Sharing a risky cake
AbstractConsider an n-person bargaining problem where players bargain over the division of a cake whose size is stochastic. In such a game, the players are not only bargaining over the division of a cake, but they are also sharing risk. This paper presents the Nash bargaining solution to this problem, investigates its properties, and highlights a few special cases.
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Bibliographic InfoPaper provided by Reserve Bank of New Zealand in its series Reserve Bank of New Zealand Discussion Paper Series with number DP2010/06.
Length: 16 p.
Date of creation: Aug 2010
Date of revision:
Other versions of this item:
- David R. Baqaee, 2009. "Sharing a Risky Cake," Working Papers in Economics, University of Canterbury, Department of Economics and Finance 09/20, University of Canterbury, Department of Economics and Finance.
- C23 - Mathematical and Quantitative Methods - - Single Equation Models; Single Variables - - - Models with Panel Data; Spatio-temporal Models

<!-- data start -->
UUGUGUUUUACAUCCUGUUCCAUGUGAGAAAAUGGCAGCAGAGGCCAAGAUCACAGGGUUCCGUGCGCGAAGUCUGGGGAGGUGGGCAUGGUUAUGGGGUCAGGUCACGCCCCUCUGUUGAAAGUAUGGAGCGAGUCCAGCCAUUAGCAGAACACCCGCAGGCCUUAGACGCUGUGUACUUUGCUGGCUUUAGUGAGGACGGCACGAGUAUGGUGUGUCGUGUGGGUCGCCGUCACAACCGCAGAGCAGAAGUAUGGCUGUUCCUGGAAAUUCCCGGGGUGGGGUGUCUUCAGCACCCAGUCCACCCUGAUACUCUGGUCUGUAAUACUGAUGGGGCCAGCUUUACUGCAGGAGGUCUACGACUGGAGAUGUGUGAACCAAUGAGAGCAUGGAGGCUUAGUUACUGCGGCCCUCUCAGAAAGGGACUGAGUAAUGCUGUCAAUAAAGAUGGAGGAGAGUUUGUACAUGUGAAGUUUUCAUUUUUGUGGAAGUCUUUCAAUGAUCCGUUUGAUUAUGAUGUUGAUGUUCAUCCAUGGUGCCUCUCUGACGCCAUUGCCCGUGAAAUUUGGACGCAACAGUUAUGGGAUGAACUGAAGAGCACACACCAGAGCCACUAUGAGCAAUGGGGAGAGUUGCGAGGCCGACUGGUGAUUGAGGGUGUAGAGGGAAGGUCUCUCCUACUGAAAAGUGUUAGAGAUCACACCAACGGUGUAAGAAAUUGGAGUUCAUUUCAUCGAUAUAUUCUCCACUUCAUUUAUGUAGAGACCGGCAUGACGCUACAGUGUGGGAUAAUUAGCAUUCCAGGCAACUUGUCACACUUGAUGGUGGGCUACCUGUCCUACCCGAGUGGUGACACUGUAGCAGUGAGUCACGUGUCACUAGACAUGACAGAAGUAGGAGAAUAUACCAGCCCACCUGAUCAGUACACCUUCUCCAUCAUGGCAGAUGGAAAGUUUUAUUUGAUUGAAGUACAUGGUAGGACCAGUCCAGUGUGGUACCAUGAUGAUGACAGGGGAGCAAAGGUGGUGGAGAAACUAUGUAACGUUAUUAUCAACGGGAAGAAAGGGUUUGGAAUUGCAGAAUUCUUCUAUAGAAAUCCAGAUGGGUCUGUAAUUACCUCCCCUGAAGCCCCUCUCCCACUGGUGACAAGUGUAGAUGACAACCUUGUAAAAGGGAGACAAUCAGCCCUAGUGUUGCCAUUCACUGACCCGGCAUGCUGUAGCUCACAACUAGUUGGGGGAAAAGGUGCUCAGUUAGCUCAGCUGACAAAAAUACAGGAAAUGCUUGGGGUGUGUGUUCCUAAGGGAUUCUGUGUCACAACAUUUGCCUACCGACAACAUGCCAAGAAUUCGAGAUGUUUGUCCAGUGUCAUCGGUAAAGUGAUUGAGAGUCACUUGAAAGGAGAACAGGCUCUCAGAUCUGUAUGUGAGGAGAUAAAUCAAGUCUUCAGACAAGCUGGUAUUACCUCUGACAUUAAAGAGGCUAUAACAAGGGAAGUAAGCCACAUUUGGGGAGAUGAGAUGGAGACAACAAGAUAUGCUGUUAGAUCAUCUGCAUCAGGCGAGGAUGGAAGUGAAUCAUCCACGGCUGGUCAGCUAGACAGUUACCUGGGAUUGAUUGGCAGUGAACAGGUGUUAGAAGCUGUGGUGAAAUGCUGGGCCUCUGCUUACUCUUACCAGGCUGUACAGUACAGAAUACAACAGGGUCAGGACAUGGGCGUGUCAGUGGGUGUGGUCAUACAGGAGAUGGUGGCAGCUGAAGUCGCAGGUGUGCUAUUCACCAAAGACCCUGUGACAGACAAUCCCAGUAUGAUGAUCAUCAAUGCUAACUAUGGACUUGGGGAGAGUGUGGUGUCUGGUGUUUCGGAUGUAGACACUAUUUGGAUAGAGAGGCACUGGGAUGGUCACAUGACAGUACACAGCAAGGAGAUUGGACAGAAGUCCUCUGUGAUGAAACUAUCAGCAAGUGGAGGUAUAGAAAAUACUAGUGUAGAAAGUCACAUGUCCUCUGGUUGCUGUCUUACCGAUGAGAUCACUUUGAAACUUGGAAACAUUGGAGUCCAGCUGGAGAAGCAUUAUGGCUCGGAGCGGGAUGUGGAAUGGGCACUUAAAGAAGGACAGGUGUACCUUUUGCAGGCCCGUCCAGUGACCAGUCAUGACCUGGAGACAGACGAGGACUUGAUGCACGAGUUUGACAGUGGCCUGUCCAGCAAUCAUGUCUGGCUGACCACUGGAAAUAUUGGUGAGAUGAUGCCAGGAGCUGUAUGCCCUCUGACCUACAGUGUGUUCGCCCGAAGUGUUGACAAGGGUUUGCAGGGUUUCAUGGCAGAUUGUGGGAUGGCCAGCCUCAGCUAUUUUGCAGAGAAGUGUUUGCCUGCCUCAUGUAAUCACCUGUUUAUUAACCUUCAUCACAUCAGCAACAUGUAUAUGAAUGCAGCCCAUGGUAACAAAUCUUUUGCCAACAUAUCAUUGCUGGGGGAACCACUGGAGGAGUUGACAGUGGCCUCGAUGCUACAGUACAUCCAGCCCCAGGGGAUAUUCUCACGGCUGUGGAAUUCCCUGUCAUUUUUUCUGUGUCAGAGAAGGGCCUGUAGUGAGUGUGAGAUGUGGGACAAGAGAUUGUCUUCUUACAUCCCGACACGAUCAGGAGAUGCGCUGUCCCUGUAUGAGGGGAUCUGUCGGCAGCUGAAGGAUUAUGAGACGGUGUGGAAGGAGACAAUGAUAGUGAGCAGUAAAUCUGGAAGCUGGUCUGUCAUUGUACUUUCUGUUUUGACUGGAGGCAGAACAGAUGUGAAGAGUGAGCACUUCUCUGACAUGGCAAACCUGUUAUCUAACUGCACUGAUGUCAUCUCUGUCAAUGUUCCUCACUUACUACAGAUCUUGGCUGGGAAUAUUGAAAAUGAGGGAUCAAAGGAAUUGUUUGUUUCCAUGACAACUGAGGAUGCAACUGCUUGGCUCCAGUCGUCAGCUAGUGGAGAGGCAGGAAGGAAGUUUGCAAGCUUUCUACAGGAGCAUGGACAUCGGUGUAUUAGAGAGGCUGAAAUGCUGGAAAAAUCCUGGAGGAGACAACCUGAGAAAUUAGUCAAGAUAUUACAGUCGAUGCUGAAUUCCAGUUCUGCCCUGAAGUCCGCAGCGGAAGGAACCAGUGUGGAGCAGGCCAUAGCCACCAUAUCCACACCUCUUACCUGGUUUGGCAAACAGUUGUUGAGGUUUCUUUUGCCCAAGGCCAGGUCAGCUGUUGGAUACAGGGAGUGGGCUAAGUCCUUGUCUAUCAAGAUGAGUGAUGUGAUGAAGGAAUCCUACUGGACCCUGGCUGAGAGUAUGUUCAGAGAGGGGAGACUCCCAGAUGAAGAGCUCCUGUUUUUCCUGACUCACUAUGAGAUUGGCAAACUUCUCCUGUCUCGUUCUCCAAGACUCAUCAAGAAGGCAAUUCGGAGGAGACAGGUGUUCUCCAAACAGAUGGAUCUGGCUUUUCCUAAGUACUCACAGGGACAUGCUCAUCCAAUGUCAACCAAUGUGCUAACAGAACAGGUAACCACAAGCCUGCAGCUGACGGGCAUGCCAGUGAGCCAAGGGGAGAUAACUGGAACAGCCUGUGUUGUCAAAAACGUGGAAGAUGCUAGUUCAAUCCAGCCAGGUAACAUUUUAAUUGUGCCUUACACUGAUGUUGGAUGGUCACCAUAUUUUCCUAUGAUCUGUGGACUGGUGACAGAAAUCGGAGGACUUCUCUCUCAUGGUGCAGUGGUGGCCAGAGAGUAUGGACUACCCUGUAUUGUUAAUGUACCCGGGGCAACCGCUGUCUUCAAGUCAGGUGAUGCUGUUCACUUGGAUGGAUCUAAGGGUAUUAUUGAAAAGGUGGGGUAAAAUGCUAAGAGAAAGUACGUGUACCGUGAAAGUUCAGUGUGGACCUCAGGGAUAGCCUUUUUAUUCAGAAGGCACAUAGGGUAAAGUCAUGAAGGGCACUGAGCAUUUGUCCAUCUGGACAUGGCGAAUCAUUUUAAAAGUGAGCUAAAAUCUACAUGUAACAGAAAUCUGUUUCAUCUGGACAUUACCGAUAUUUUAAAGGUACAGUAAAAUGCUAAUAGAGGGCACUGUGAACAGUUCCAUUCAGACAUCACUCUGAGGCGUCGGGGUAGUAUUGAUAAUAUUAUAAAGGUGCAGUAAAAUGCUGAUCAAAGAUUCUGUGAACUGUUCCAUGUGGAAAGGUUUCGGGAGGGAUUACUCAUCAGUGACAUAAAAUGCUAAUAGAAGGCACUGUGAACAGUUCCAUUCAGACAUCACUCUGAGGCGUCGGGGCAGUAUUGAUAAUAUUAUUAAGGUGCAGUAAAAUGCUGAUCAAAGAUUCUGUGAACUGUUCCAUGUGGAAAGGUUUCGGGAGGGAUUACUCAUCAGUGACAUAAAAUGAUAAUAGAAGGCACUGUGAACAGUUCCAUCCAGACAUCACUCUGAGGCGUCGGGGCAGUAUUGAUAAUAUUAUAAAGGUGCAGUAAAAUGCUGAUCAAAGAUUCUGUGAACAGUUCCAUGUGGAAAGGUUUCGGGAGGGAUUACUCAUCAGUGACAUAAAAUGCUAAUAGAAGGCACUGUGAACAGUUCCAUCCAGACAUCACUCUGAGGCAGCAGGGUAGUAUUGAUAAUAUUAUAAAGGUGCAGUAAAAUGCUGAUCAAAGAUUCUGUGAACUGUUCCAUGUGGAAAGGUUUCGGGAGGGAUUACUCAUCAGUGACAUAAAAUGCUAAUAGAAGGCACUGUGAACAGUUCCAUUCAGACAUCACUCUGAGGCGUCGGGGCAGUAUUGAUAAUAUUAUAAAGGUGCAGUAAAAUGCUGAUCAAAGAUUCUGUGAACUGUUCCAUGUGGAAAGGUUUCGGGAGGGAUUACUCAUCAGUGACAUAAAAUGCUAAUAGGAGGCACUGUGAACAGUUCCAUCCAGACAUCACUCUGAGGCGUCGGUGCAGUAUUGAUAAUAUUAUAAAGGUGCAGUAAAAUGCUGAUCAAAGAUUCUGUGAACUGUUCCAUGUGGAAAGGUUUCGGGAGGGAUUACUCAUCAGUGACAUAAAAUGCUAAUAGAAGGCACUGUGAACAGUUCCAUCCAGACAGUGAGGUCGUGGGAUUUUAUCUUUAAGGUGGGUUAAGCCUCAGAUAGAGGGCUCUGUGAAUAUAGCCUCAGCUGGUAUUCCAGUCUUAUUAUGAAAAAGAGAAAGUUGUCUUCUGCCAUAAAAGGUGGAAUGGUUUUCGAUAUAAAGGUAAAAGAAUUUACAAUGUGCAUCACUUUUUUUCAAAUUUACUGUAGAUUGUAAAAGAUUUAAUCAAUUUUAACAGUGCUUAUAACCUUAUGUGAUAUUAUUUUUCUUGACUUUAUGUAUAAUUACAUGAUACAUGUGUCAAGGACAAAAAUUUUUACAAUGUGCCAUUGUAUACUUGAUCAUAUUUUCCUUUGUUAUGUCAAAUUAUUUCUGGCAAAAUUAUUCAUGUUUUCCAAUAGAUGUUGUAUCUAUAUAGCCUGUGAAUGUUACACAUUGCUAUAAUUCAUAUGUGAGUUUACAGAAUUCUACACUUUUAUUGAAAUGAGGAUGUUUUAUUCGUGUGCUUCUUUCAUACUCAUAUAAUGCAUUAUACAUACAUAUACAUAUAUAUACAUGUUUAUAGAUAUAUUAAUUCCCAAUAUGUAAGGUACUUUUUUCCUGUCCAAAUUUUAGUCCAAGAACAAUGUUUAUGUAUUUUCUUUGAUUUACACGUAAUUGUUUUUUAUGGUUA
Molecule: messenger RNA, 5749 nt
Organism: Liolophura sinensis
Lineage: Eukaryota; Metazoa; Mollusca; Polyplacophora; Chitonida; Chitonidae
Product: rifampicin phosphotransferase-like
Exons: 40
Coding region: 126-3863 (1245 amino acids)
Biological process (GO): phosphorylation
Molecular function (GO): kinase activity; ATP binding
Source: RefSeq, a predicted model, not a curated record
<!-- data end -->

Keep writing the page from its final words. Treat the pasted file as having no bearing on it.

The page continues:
- D10 - Microeconomics - - Household Behavior - - - General
- R20 - Urban, Rural, Regional, Real Estate, and Transportation Economics - - Household Analysis - - - General
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- Emmanuel De Veirman & Ashley Dunstan, 2008. "How do Housing Wealth, Financial Wealth and Consumption Interact? Evidence from New Zealand," Reserve Bank of New Zealand Discussion Paper Series, Reserve Bank of New Zealand DP2008/05, Reserve Bank of New Zealand.
- Grant Scobie & Trinh Le & John Gibson, 2007. "Housing in the Household Portfolio and Implications for Retirement Saving: Some Initial Finding from SOFIE," Treasury Working Paper Series, New Zealand Treasury 07/04, New Zealand Treasury.
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